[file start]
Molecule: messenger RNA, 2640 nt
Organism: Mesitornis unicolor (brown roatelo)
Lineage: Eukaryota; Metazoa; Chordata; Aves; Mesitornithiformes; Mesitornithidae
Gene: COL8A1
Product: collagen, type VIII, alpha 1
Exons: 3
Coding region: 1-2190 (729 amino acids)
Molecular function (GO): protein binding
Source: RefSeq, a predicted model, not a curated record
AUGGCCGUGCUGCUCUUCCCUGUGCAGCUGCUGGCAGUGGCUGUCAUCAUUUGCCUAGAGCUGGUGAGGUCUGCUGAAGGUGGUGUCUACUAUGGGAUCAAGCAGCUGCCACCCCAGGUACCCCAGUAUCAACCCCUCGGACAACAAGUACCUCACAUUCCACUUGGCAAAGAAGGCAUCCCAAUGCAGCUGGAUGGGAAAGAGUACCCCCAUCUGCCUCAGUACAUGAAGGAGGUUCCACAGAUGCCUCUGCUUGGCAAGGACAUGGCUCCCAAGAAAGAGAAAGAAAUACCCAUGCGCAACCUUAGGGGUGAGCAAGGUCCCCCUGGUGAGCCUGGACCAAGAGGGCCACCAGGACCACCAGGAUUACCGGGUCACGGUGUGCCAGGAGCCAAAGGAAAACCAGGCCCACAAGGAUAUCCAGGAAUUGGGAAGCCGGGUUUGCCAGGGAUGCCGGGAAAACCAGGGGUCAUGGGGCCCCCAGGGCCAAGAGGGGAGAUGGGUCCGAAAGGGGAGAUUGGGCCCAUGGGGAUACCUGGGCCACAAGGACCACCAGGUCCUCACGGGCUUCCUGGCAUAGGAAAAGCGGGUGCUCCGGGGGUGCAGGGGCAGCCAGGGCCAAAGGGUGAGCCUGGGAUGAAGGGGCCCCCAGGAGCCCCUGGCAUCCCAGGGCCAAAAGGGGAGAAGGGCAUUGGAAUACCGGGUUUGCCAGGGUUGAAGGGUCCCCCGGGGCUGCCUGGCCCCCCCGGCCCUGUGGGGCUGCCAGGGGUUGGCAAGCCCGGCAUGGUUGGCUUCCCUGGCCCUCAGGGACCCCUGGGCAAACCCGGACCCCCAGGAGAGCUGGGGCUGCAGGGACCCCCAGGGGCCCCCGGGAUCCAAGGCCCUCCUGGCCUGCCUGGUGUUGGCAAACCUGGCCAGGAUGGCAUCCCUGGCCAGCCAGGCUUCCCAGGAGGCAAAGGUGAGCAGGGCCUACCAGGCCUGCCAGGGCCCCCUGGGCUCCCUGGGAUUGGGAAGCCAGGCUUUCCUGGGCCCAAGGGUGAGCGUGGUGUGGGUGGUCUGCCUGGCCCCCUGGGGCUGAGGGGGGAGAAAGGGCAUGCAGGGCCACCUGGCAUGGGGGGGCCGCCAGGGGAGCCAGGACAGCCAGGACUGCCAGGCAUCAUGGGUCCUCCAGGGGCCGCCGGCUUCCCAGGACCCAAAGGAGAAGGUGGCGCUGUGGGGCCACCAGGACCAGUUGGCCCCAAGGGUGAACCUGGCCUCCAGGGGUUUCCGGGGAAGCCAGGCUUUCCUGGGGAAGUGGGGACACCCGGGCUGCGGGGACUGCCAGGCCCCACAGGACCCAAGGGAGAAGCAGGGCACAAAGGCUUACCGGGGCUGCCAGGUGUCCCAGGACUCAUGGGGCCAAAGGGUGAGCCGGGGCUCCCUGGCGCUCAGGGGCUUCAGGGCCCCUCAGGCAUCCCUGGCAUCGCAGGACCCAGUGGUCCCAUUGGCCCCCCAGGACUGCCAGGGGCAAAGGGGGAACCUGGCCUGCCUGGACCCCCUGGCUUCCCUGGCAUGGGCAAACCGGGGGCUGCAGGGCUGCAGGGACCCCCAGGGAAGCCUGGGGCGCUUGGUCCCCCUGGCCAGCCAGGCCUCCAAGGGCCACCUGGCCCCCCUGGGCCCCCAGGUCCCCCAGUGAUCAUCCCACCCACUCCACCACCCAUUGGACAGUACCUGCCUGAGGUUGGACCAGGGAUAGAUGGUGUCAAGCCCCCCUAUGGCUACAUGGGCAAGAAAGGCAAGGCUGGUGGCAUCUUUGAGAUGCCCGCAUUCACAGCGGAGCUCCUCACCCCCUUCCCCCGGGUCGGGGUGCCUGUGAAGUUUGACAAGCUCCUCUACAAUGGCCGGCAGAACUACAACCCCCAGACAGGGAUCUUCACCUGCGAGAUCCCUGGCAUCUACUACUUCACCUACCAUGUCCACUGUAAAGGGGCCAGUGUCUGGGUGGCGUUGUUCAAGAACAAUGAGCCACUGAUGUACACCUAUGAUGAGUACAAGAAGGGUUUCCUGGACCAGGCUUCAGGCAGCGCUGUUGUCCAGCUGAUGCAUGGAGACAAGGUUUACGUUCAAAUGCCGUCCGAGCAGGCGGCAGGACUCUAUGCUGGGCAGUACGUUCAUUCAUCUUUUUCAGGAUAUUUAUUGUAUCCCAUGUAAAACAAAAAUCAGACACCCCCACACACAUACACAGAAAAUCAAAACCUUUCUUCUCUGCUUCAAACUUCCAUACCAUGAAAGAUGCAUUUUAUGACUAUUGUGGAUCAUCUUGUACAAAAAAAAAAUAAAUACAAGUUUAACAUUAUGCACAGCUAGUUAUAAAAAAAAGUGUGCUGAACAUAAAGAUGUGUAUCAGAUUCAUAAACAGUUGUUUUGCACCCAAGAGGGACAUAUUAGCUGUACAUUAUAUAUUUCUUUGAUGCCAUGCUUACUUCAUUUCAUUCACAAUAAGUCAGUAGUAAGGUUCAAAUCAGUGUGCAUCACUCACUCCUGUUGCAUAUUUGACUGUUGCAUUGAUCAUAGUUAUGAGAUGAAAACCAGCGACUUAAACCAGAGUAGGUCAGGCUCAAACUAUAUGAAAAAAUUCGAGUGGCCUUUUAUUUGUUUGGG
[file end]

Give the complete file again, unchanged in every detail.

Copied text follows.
Molecule: messenger RNA, 2640 nt
Organism: Mesitornis unicolor (brown roatelo)
Lineage: Eukaryota; Metazoa; Chordata; Aves; Mesitornithiformes; Mesitornithidae
Gene: COL8A1
Product: collagen, type VIII, alpha 1
Exons: 3
Coding region: 1-2190 (729 amino acids)
Molecular function (GO): protein binding
Source: RefSeq, a predicted model, not a curated record
AUGGCCGUGCUGCUCUUCCCUGUGCAGCUGCUGGCAGUGGCUGUCAUCAUUUGCCUAGAGCUGGUGAGGUCUGCUGAAGGUGGUGUCUACUAUGGGAUCAAGCAGCUGCCACCCCAGGUACCCCAGUAUCAACCCCUCGGACAACAAGUACCUCACAUUCCACUUGGCAAAGAAGGCAUCCCAAUGCAGCUGGAUGGGAAAGAGUACCCCCAUCUGCCUCAGUACAUGAAGGAGGUUCCACAGAUGCCUCUGCUUGGCAAGGACAUGGCUCCCAAGAAAGAGAAAGAAAUACCCAUGCGCAACCUUAGGGGUGAGCAAGGUCCCCCUGGUGAGCCUGGACCAAGAGGGCCACCAGGACCACCAGGAUUACCGGGUCACGGUGUGCCAGGAGCCAAAGGAAAACCAGGCCCACAAGGAUAUCCAGGAAUUGGGAAGCCGGGUUUGCCAGGGAUGCCGGGAAAACCAGGGGUCAUGGGGCCCCCAGGGCCAAGAGGGGAGAUGGGUCCGAAAGGGGAGAUUGGGCCCAUGGGGAUACCUGGGCCACAAGGACCACCAGGUCCUCACGGGCUUCCUGGCAUAGGAAAAGCGGGUGCUCCGGGGGUGCAGGGGCAGCCAGGGCCAAAGGGUGAGCCUGGGAUGAAGGGGCCCCCAGGAGCCCCUGGCAUCCCAGGGCCAAAAGGGGAGAAGGGCAUUGGAAUACCGGGUUUGCCAGGGUUGAAGGGUCCCCCGGGGCUGCCUGGCCCCCCCGGCCCUGUGGGGCUGCCAGGGGUUGGCAAGCCCGGCAUGGUUGGCUUCCCUGGCCCUCAGGGACCCCUGGGCAAACCCGGACCCCCAGGAGAGCUGGGGCUGCAGGGACCCCCAGGGGCCCCCGGGAUCCAAGGCCCUCCUGGCCUGCCUGGUGUUGGCAAACCUGGCCAGGAUGGCAUCCCUGGCCAGCCAGGCUUCCCAGGAGGCAAAGGUGAGCAGGGCCUACCAGGCCUGCCAGGGCCCCCUGGGCUCCCUGGGAUUGGGAAGCCAGGCUUUCCUGGGCCCAAGGGUGAGCGUGGUGUGGGUGGUCUGCCUGGCCCCCUGGGGCUGAGGGGGGAGAAAGGGCAUGCAGGGCCACCUGGCAUGGGGGGGCCGCCAGGGGAGCCAGGACAGCCAGGACUGCCAGGCAUCAUGGGUCCUCCAGGGGCCGCCGGCUUCCCAGGACCCAAAGGAGAAGGUGGCGCUGUGGGGCCACCAGGACCAGUUGGCCCCAAGGGUGAACCUGGCCUCCAGGGGUUUCCGGGGAAGCCAGGCUUUCCUGGGGAAGUGGGGACACCCGGGCUGCGGGGACUGCCAGGCCCCACAGGACCCAAGGGAGAAGCAGGGCACAAAGGCUUACCGGGGCUGCCAGGUGUCCCAGGACUCAUGGGGCCAAAGGGUGAGCCGGGGCUCCCUGGCGCUCAGGGGCUUCAGGGCCCCUCAGGCAUCCCUGGCAUCGCAGGACCCAGUGGUCCCAUUGGCCCCCCAGGACUGCCAGGGGCAAAGGGGGAACCUGGCCUGCCUGGACCCCCUGGCUUCCCUGGCAUGGGCAAACCGGGGGCUGCAGGGCUGCAGGGACCCCCAGGGAAGCCUGGGGCGCUUGGUCCCCCUGGCCAGCCAGGCCUCCAAGGGCCACCUGGCCCCCCUGGGCCCCCAGGUCCCCCAGUGAUCAUCCCACCCACUCCACCACCCAUUGGACAGUACCUGCCUGAGGUUGGACCAGGGAUAGAUGGUGUCAAGCCCCCCUAUGGCUACAUGGGCAAGAAAGGCAAGGCUGGUGGCAUCUUUGAGAUGCCCGCAUUCACAGCGGAGCUCCUCACCCCCUUCCCCCGGGUCGGGGUGCCUGUGAAGUUUGACAAGCUCCUCUACAAUGGCCGGCAGAACUACAACCCCCAGACAGGGAUCUUCACCUGCGAGAUCCCUGGCAUCUACUACUUCACCUACCAUGUCCACUGUAAAGGGGCCAGUGUCUGGGUGGCGUUGUUCAAGAACAAUGAGCCACUGAUGUACACCUAUGAUGAGUACAAGAAGGGUUUCCUGGACCAGGCUUCAGGCAGCGCUGUUGUCCAGCUGAUGCAUGGAGACAAGGUUUACGUUCAAAUGCCGUCCGAGCAGGCGGCAGGACUCUAUGCUGGGCAGUACGUUCAUUCAUCUUUUUCAGGAUAUUUAUUGUAUCCCAUGUAAAACAAAAAUCAGACACCCCCACACACAUACACAGAAAAUCAAAACCUUUCUUCUCUGCUUCAAACUUCCAUACCAUGAAAGAUGCAUUUUAUGACUAUUGUGGAUCAUCUUGUACAAAAAAAAAAUAAAUACAAGUUUAACAUUAUGCACAGCUAGUUAUAAAAAAAAGUGUGCUGAACAUAAAGAUGUGUAUCAGAUUCAUAAACAGUUGUUUUGCACCCAAGAGGGACAUAUUAGCUGUACAUUAUAUAUUUCUUUGAUGCCAUGCUUACUUCAUUUCAUUCACAAUAAGUCAGUAGUAAGGUUCAAAUCAGUGUGCAUCACUCACUCCUGUUGCAUAUUUGACUGUUGCAUUGAUCAUAGUUAUGAGAUGAAAACCAGCGACUUAAACCAGAGUAGGUCAGGCUCAAACUAUAUGAAAAAAUUCGAGUGGCCUUUUAUUUGUUUGGG